Exercise session 3

Introduction to bioinformatics, Autumn 2009

Group 1: Thursday 1.10 12-14 Exactum BK106
Group 2: Thursday 1.10 16-18 Exactum BK106.

General instructions:

Problems for each exercise session will be distributed approximately one week before the session. You are expected to be prepared to present your solutions in the exercise session.

In addition, you need to send notes of the assignments you are going to mark to Laura Langohr by email before exercises (Thursdays 12.15).

These exercise notes should contain a brief description of the steps you took to solve the assignment, as well as the results. Important: When sending email, use subject of form "ITB exercise X, where X is the exercise session number (1/2). Send your notes in email text body. If you need to include a figure, send it as an attachment.


  1. (a) What does Mummer do? What techniques it uses?
    (b) Reverse engineer SuDS Genome Browser by testing it with various inputs. What techniques it appears to be implementing from the course lectures?

  2. A typical day at biochemistry laboratory. You are the only bioinformatician in the lab, and your boss comes with an urgent task: "We need to replicate this piece of DNA by PCR, but we do not have primers designed for it". After some discussion, you figure out that the problem is essentially as follows: In both ends of the DNA to be replicated, you have regions where to select short fragments (10-20 bp) that have two properties: (1) their melting temperatures should be similar; and (2) the primers created for the selected fragments should not bind anywhere else in the DNA. How would you go for selecting the two fragments if you needed to do the primer design just based on the course lectures? You may assume that the full DNA sequence of the organism in question is available and you may ignore property (1) for this exercise.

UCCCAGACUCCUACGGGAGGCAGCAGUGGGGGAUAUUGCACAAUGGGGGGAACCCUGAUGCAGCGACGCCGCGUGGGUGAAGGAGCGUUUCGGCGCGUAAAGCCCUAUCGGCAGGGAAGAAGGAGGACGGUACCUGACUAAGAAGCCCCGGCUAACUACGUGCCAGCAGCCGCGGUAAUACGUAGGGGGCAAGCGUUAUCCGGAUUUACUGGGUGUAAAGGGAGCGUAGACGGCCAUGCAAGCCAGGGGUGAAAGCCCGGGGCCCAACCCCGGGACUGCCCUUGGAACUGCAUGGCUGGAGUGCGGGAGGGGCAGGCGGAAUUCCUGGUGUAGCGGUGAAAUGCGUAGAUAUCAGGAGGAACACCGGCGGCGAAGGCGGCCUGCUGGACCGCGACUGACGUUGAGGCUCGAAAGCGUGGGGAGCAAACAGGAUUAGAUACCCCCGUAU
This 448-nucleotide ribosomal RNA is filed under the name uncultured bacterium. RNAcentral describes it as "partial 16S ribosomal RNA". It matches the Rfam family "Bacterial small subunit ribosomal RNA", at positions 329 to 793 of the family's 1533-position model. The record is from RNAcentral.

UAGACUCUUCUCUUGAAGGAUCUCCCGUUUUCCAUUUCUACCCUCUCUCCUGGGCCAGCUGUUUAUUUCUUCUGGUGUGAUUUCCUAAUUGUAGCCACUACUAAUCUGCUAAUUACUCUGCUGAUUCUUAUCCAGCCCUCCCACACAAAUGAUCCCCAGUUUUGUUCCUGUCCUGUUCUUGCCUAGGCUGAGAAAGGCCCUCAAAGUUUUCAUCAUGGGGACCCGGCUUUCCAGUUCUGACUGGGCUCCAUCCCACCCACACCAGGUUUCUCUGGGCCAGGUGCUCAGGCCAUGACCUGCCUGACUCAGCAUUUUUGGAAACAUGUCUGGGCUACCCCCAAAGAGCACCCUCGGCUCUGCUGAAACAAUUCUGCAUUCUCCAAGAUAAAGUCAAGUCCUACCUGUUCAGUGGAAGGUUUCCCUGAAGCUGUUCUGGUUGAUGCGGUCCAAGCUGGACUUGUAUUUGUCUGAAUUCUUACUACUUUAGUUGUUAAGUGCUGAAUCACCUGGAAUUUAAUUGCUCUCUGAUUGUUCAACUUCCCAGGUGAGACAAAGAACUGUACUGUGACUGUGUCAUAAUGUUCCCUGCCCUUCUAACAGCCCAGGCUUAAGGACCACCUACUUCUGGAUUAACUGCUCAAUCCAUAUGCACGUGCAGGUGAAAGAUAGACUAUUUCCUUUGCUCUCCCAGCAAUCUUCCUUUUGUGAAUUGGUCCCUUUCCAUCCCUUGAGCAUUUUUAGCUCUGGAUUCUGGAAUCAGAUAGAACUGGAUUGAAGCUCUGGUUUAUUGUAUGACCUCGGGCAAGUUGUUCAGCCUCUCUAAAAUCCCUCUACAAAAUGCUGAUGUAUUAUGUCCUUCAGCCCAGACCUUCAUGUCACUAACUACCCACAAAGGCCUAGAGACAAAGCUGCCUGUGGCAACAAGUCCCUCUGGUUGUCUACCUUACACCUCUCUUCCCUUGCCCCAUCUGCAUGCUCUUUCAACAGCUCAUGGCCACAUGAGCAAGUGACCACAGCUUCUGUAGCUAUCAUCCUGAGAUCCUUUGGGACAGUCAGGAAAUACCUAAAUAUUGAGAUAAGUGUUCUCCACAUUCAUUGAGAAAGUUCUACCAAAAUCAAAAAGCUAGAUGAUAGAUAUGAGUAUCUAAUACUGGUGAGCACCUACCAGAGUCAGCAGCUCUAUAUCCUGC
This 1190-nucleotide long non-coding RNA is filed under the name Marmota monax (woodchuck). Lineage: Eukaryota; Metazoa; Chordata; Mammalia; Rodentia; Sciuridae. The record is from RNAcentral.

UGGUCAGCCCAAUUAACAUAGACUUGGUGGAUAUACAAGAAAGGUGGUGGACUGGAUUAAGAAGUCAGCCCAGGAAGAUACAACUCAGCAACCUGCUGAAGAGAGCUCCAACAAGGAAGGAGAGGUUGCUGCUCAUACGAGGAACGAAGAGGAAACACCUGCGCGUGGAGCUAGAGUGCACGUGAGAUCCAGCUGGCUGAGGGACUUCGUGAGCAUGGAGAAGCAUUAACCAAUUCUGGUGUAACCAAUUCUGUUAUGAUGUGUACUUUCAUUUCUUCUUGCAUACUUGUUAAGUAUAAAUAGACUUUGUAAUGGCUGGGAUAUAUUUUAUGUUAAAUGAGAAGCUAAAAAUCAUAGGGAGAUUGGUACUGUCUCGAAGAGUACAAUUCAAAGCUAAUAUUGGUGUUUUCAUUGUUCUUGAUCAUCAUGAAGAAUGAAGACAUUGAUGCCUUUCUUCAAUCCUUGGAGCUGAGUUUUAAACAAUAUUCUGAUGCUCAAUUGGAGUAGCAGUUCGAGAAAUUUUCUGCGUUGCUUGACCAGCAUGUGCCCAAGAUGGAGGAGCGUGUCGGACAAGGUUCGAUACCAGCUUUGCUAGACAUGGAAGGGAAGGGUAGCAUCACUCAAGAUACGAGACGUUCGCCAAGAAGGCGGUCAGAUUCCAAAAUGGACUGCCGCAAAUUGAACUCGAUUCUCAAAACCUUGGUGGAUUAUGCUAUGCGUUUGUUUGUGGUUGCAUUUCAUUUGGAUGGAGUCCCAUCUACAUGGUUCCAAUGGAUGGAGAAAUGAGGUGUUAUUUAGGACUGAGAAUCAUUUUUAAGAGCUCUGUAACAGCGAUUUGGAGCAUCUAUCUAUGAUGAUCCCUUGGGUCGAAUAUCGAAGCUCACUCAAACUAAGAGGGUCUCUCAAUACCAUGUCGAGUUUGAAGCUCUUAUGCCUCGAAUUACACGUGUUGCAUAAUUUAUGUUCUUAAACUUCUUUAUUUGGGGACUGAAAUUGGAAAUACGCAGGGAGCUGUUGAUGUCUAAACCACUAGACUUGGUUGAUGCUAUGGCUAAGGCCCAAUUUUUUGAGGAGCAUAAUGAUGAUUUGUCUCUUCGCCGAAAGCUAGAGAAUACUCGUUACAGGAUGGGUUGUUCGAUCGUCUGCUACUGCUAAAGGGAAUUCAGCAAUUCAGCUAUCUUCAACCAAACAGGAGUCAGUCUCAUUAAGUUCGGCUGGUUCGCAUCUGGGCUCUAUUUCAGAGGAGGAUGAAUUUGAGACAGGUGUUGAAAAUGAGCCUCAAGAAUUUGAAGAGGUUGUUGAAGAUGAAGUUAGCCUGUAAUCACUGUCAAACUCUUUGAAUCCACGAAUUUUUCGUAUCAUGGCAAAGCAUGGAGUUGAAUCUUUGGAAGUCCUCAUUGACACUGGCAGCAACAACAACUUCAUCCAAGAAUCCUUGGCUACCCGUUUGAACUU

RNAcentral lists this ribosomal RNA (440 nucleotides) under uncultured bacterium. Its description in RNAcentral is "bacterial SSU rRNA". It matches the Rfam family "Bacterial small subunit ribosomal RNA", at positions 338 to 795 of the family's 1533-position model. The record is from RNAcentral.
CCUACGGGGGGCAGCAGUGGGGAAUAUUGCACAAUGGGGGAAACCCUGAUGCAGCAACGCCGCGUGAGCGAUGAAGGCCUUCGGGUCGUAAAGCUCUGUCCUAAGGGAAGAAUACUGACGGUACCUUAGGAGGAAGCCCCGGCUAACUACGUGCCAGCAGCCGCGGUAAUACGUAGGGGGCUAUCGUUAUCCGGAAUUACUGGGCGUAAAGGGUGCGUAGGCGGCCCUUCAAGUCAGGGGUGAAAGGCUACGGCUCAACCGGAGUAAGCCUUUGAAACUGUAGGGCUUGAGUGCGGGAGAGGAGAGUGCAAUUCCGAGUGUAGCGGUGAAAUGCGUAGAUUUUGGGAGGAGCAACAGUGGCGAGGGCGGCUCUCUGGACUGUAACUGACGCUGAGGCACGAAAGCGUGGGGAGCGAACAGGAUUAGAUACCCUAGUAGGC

3. In sequence assembly methods like Overlap-Layout-Consensus, the first part of finding the overlaps between reads is a heavy procedure, because every pair of reads needs to be considered. This becomes impossible to do with the brute force pairwise alignments when applied to the next-generation short-read data (454, Solexa, SOLiD). Show that under the assumption that the data is free of measurement errors and SNPs, one can find all the overlaps in time O(n+#overlaps), where n is the total length of all reads and #overlaps is the number of overlaps longer than a given threshold. Can you somehow extend the method to allow measurent errors and SNPs? Hint: Exploit generalized suffix tree.

  4. Perform global alignment of the sequences

        s = ACGTCCCTAGT
        t = ATCACGCTTA
    with mismatch penalty -1, indel penalty -1 and uniform match score 1 by constructing the dynamic programming matrix. What is the optimal alignment or alignments and corresponding score?

  5. Perform local alignment of the sequences

    with mismatch penalty -1, indel penalty -2 and uniform match score 1 by constructing the dynamic programming matrix. What is the optimal alignment or alignments and corresponding score?

  6. Reverse translation. Assume that you have the complete DNA sequence of some eukaryotic organism and the amino acid sequence of some protein coded by a gene in the organism DNA. The gene coding the protein is unknown and your task is to locate it from the DNA. Give a dynamic programming algorithm to locate a gene (a continuous region in DNA consisting of exons and introns) containing fewest number of introns, such that the concatenation of exons can be translated into the given protein sequence. What is the running time of your algorithm? Can you plug in other constrainst to the gene (overall span in DNA, maximum/minimum distance between consecutive exons, etc.?).